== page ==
Acrocomia aculeata

Common name

Stems: Solitary, upright stems to 10 m tall and up to 35 cm in diameter, bulging just above or at the middle of the stem, with rings of black spines, and sometimes covered with remnants of old leaf bases. Stem often becomes smooth with age. Leaves: Pinnate, to 3 m long, with linear leaflets spreading in multiple planes. Upper leaf surface, grayish or bluish green; undersurface, whitish or silvery. Flowers and fruits: Spiny inflorescences (up to 2 m long) are protected by a woody spathe and branched to one order. Male and female flowers are borne on the same inflorescence with female flowers at the base of the branch and male flowers toward the tip. The spherical fruits (2.5-5 cm) have a single seed and are yellow-green to brown when ripe.

Description

Stems: Solitary, upright stems to 10 m tall and up to 35 cm in diameter, bulging just above or at the middle of the stem, with rings of black spines, and sometimes covered with remnants of old leaf bases. Stem often becomes smooth with age. Leaves: Pinnate, to 3 m long, with linear leaflets spreading in multiple planes. Upper leaf surface, grayish or bluish green; undersurface, whitish or silvery. Flowers and fruits: Spiny inflorescences (up to 2 m long) are protected by a woody spathe and branched to one order. Male and female flowers are borne on the same inflorescence with female flowers at the base of the branch and male flowers toward the tip. The spherical fruits (2.5-5 cm) have a single seed and are yellow-green to brown when ripe.

Diagnostic features

Field: Erect, solitary palms with sharp, black spines in rings on the stem; the stem sometimes with persistent leaf bases attached and often swollen or spindle-shaped; leaflets plumose.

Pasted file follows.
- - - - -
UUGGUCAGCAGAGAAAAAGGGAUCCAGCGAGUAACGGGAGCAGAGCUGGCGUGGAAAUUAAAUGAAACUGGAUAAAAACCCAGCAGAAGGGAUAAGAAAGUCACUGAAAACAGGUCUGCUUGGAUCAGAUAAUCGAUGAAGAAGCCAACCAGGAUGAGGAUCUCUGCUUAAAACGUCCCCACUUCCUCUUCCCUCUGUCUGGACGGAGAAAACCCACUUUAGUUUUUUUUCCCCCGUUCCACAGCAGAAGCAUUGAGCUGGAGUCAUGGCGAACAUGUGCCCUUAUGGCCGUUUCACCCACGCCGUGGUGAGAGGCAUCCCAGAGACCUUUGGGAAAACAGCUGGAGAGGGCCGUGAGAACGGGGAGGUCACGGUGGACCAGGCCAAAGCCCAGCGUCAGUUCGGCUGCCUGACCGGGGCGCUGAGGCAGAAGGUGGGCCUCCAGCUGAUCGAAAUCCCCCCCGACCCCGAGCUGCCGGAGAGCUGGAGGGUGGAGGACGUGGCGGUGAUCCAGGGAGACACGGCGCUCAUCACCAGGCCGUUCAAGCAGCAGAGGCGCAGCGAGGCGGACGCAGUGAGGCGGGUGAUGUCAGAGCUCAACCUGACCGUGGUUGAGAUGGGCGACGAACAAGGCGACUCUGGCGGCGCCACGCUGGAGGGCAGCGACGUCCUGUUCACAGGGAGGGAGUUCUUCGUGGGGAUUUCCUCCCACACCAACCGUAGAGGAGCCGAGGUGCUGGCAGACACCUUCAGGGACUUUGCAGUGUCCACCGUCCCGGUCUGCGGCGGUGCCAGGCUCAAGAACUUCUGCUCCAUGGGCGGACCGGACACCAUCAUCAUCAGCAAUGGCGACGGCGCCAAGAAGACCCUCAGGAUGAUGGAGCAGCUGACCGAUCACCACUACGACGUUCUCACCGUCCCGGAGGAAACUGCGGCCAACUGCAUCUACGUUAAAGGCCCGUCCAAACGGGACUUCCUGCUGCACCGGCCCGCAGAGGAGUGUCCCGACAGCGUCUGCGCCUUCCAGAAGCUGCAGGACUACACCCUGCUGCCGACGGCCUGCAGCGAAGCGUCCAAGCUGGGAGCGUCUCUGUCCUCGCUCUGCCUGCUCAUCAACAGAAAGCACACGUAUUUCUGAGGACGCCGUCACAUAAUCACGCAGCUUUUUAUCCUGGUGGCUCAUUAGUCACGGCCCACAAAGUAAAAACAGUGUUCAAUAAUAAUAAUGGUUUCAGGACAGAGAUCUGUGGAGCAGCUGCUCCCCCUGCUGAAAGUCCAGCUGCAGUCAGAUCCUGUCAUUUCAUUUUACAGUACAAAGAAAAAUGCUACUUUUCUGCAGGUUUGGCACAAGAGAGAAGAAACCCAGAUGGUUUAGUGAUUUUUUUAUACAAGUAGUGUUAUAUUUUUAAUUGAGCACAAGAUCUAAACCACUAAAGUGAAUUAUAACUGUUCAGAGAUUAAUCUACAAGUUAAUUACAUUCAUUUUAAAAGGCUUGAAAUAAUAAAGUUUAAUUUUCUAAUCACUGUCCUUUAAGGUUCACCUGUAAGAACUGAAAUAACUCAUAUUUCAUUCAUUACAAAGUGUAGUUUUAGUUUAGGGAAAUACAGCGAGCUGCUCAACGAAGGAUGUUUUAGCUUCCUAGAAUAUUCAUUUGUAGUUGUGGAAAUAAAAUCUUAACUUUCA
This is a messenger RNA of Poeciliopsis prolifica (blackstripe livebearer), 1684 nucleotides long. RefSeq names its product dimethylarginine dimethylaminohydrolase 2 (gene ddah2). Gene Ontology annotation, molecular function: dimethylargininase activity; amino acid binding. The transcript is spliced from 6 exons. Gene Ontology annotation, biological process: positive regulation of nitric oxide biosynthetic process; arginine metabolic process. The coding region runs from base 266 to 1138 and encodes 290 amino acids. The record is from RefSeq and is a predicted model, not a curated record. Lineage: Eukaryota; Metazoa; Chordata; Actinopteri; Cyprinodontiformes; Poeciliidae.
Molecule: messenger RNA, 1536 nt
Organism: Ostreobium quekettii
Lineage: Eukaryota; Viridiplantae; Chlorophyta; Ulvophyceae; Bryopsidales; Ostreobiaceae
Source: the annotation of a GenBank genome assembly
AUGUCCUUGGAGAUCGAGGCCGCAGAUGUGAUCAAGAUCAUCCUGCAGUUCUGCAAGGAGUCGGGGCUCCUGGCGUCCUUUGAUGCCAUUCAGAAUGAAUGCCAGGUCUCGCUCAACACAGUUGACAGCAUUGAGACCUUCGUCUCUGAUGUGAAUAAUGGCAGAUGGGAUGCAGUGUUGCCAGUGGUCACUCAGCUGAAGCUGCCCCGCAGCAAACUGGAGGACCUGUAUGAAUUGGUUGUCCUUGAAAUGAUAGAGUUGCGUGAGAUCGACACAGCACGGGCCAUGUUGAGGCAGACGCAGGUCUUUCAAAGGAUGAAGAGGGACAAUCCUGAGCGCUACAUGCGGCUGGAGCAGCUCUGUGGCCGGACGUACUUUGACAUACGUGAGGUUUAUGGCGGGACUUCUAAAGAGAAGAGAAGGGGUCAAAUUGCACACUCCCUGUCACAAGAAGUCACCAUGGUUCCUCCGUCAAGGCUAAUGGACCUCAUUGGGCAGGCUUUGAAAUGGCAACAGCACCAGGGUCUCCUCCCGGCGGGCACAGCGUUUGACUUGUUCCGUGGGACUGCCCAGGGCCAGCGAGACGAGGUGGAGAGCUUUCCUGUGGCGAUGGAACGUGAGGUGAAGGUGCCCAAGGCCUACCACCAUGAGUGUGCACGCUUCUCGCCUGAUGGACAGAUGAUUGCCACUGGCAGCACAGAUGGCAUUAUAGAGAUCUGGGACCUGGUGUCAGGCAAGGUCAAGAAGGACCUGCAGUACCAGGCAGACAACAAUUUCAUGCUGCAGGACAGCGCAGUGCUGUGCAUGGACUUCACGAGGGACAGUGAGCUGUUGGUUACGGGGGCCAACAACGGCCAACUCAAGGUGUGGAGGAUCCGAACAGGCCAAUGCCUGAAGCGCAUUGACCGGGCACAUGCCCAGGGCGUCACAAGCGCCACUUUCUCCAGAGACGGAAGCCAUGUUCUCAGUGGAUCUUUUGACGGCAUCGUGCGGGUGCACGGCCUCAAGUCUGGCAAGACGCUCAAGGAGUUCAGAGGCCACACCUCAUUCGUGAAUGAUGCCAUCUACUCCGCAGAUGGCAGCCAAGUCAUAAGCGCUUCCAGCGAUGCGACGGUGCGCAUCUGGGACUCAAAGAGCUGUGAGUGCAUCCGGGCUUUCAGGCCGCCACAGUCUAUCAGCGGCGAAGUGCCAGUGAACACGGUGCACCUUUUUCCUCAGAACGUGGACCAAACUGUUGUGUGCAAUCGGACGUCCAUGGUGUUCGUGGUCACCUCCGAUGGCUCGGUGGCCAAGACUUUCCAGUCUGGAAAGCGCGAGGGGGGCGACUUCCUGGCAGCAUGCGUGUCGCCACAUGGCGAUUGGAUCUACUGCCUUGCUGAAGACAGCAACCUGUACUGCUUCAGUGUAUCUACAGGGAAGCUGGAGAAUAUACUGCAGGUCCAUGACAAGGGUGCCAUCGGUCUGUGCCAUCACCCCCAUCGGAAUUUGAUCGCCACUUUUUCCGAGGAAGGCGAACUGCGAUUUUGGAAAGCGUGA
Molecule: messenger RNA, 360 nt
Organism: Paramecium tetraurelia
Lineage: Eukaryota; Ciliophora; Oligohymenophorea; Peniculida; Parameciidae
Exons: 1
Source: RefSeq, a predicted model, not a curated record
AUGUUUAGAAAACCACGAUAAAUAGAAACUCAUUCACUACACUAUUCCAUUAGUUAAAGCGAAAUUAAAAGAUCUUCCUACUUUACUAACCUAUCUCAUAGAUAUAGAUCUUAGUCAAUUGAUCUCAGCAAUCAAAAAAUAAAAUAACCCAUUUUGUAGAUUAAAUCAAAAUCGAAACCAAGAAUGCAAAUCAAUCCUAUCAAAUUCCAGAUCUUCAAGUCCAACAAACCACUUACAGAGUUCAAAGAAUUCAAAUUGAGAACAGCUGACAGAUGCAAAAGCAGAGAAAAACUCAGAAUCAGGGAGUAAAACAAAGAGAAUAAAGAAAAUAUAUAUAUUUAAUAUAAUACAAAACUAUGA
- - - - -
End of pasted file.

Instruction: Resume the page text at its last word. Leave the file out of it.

Lab: Tiny white hairs on the whitish underside of the leaflets, obvious, pale secondary veins and obscure transverse veinlets.

May be confused with

Bactris gasipaes: Both species are spiny, but Acrocomia aculeata is single-stemmed, while Bactris gasipaes is a multi-stemmed or clustering palm. Leaflets of Bactris are green, not whitish, on the undersides.

Aiphanes palms: These species are also spiny, but they have praemorse (fish-tail) leaflets, while Acrocomia aculeata has linear leaflets.

Distribution

Native to dry areas (savannas) in South and Central America and the Caribbean

Additional comments

Because it has abundant black spines, Acrocomia aculeata is not likely to be confused with Syagrus romanzoffiana, the queen palm, but in the landscape the general appearance of the two species is similar.

This genus was revised in 1995, when the number of species was reduced from about 30 to 2. All the former species with upright, above ground stems are now included in A. aculeata.

Scientific name

Acrocomia aculeata (Jacq.) Lodd. ex Mart.

Family

Arecaceae/Palmae

Synonyms

Acrocomia fusiformis (Sw.) Sweet

Acrocomia lasiospatha Mart.

Acrocomia media O. F. Cook

Acrocomia mexicana Karw. ex Mart.

Acrocomia microcarpa Barb. Rodr.

Acrocomia mokayayba Barb. Rodr.

Acrocomia sclerocarpa Mart.

Acrocomia spinosa (Mill.) H. E. Moore

Acrocomia totai Mart.

Acrocomia vinifera Oerst.

Bactris pavoniana Mart.

Cocos aculeata Jacq.

Euterpe aculeata (Willd.) Spreng.

Last Updated May 2014

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